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sacred shapes / geometry

sacred geometry is the awareness and application of numerical constants to form and exploration of resonance within consciousness. \r\nthe planets are in some senses an exploration of sacred geometry, as are our bodies.. living formations of our will into shapes and expressions. within the 'everyday' patterns we may have become numbed to are numbers that reveal the essential beauty and strength of the essence of us and of creation.\r\nthe knowledge of the constants that have become known as sacred geometries has been encoded into the many large structures that cover the surface of earth, from the many pyramids, earth structures (mounds) through to the many stone cities, temples and beyond; they mostly, if not all, share a mathematical mapping and express constants and principles which are now being more and more widely comprehended.\r\nwhat can we learn from this? whatever we intend to, choose to and allow to be real. the scope is infinite.
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Sacred Geometry in Art History

    Ryan
    by Ryan

    Hexagonal grids used in paintings. Drawing the grid with a compass, the first two points determine the entire grid. Because the grid is inherently three-dimensional, it works as a sort of perspective.


    Heraclitus: The hidden harmony is better than the obvious.


    The Painter's Secret Geometry 117:

    In the Middle Ages the 'geometry' of a work of art, whether picture, bas-relief or page of manuscript, consisted chiefly in the use of the regular polygons as an armature, as an interior framework, figures that were sometimes quite complicated, with five, six, or eight sides, not forgetting the double figures formed by the star pentagons and hexagons.

    ...In spite of its strictness, geometry as understood in the Middle Ages was no hindrance to the imagination.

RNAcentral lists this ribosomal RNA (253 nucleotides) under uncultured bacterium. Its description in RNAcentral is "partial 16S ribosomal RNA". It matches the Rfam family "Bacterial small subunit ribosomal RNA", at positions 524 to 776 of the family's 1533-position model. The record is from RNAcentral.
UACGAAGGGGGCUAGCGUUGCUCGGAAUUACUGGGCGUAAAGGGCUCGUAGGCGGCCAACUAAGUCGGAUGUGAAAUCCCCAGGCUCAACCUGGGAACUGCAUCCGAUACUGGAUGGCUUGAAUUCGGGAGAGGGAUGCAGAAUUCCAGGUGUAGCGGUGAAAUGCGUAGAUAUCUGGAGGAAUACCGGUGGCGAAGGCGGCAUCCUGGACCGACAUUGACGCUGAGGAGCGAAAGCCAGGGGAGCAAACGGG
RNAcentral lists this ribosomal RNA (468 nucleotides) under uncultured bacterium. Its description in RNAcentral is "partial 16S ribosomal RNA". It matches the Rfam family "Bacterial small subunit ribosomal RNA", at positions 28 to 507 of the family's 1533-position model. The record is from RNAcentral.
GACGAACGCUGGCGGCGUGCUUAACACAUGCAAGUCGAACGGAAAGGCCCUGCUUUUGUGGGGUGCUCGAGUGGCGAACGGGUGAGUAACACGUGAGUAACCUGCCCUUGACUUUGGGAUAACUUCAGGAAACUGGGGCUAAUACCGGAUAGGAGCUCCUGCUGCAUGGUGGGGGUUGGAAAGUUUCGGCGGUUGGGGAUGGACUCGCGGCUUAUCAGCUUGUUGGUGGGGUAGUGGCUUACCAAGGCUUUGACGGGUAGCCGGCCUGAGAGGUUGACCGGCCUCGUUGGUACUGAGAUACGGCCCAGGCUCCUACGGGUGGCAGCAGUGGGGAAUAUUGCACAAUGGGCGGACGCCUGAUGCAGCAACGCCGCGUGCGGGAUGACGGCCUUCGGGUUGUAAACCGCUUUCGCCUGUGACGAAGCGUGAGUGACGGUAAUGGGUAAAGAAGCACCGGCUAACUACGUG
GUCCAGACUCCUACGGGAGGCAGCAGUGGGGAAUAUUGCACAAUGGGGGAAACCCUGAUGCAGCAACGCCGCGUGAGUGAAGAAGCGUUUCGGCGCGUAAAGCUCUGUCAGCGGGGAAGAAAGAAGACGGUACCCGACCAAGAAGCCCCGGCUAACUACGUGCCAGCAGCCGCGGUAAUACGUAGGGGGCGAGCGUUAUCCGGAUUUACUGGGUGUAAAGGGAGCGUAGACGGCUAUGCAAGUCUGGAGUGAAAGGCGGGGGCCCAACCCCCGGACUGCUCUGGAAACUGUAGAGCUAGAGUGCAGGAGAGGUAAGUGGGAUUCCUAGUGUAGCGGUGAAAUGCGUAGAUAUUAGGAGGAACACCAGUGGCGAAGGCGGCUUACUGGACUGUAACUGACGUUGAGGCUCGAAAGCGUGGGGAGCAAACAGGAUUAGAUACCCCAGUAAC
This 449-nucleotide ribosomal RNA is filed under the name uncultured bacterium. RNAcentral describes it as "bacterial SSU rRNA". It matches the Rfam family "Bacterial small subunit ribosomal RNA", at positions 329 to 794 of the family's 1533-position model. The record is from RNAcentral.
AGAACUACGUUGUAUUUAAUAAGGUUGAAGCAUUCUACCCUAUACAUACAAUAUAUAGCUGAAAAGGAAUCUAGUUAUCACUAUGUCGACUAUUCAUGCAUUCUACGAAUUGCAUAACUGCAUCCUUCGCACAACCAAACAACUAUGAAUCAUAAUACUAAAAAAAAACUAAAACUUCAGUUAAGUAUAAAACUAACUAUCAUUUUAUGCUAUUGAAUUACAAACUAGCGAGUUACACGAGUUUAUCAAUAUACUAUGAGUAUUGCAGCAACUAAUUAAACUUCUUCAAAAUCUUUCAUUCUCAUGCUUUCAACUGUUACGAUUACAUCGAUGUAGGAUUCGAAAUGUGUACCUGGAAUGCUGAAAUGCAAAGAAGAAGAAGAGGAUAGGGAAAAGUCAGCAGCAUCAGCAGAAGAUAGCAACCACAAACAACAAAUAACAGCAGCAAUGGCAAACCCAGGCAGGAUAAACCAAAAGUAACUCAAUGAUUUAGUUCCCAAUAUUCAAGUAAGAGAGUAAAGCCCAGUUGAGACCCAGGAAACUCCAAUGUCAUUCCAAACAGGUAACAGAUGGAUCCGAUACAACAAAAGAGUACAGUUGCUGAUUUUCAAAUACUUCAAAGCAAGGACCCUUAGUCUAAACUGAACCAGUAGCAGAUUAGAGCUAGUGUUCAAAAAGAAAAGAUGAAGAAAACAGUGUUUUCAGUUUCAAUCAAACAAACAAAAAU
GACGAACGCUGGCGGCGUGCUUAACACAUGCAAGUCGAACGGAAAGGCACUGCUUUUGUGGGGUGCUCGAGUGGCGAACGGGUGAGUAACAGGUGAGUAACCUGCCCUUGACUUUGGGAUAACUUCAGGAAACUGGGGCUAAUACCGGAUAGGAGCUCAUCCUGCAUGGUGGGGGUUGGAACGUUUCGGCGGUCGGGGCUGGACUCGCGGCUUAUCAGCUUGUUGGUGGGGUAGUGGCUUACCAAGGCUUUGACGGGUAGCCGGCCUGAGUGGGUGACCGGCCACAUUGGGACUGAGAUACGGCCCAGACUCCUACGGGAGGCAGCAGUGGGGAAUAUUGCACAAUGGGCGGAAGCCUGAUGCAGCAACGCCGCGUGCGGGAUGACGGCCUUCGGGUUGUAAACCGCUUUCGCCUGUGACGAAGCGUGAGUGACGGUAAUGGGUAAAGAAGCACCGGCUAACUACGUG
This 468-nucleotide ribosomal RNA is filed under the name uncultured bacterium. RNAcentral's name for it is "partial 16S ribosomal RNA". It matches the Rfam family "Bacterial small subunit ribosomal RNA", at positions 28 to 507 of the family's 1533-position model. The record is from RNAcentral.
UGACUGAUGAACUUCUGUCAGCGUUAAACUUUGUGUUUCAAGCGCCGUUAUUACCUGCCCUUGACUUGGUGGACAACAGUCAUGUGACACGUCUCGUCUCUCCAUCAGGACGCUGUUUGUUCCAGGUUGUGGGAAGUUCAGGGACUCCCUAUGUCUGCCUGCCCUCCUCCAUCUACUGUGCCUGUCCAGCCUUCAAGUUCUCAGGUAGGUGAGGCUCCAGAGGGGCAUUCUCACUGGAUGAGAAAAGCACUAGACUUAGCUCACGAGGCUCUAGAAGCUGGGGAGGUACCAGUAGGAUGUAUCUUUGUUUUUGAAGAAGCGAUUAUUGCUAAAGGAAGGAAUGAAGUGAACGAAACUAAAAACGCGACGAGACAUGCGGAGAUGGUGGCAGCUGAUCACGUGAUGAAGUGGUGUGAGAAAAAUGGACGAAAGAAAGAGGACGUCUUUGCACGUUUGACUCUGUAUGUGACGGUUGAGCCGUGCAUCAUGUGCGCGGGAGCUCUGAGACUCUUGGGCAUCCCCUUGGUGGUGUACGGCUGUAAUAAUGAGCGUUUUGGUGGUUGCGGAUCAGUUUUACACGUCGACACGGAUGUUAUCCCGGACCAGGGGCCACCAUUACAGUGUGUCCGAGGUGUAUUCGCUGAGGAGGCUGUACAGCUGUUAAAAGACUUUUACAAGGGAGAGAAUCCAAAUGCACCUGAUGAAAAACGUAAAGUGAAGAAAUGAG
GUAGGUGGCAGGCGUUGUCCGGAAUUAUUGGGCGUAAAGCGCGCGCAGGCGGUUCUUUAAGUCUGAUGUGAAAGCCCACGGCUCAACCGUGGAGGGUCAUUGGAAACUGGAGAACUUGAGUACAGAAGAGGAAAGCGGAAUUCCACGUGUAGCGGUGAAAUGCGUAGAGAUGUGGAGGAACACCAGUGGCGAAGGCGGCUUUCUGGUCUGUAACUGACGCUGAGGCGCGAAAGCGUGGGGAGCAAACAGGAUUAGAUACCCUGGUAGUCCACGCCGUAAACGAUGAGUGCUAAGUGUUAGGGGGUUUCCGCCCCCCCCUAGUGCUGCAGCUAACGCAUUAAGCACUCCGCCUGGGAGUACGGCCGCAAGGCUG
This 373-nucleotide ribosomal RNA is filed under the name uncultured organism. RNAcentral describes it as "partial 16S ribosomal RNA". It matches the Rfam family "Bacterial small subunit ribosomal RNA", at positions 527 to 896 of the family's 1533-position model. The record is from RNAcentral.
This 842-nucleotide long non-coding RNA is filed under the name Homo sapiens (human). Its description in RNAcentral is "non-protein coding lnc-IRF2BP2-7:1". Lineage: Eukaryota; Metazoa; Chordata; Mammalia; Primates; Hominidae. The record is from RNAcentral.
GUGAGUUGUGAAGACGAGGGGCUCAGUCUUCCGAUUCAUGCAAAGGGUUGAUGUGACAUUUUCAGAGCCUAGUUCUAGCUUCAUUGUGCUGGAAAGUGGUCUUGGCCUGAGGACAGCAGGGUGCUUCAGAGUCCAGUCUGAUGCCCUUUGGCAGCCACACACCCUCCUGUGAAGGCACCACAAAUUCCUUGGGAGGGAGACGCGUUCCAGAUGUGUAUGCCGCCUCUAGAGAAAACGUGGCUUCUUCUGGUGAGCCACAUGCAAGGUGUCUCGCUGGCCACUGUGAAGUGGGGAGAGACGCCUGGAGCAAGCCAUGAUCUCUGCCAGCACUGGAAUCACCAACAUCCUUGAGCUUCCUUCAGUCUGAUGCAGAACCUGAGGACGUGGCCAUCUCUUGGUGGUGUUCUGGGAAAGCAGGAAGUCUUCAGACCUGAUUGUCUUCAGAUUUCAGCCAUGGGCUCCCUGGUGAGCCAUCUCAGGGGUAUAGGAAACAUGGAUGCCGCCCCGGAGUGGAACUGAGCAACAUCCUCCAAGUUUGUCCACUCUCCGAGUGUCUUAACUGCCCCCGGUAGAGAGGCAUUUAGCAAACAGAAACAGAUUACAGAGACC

P 155: [T]he abandonment of the old constraints brings with it a certain mediocrity...

    P 95: Many painters have used geometrical diagrams: in the work of some of them the result has been a monotonous symmetry, but others have striven to hide the guiding points under an appearance of anecdotal spontaneity.


    Painter's Secret Geometry 211: quoting David Sutter, La philosophie des Beaux-Arts applique a la peinture

    'Plutarch says: In the arts nothing that is done well is done by chance, and I know no work of art that has succeeded except through the foresight and science of the artist. They all constantly use rules, lines, measures, numbers.'


    Albrecht Durer:

    Considering, however, that this is the true foundation for all painting, I have proposed myself to propound the elements for the use of all eager students of Art, and to instruct them how they may employ a system of Measurement with Rule and Compass, and thereby learn to recognize the real Truth, seeing it before their eyes.

     

     

    Charles Blanc, quoting Ingres in Ingres, sa vie et ses ouvrages Paris 1870:

    "I began from the background, with the architecture. Once the lines were marked out, I called all my figures, one by one, and they came obediently to take their places in the perspective..."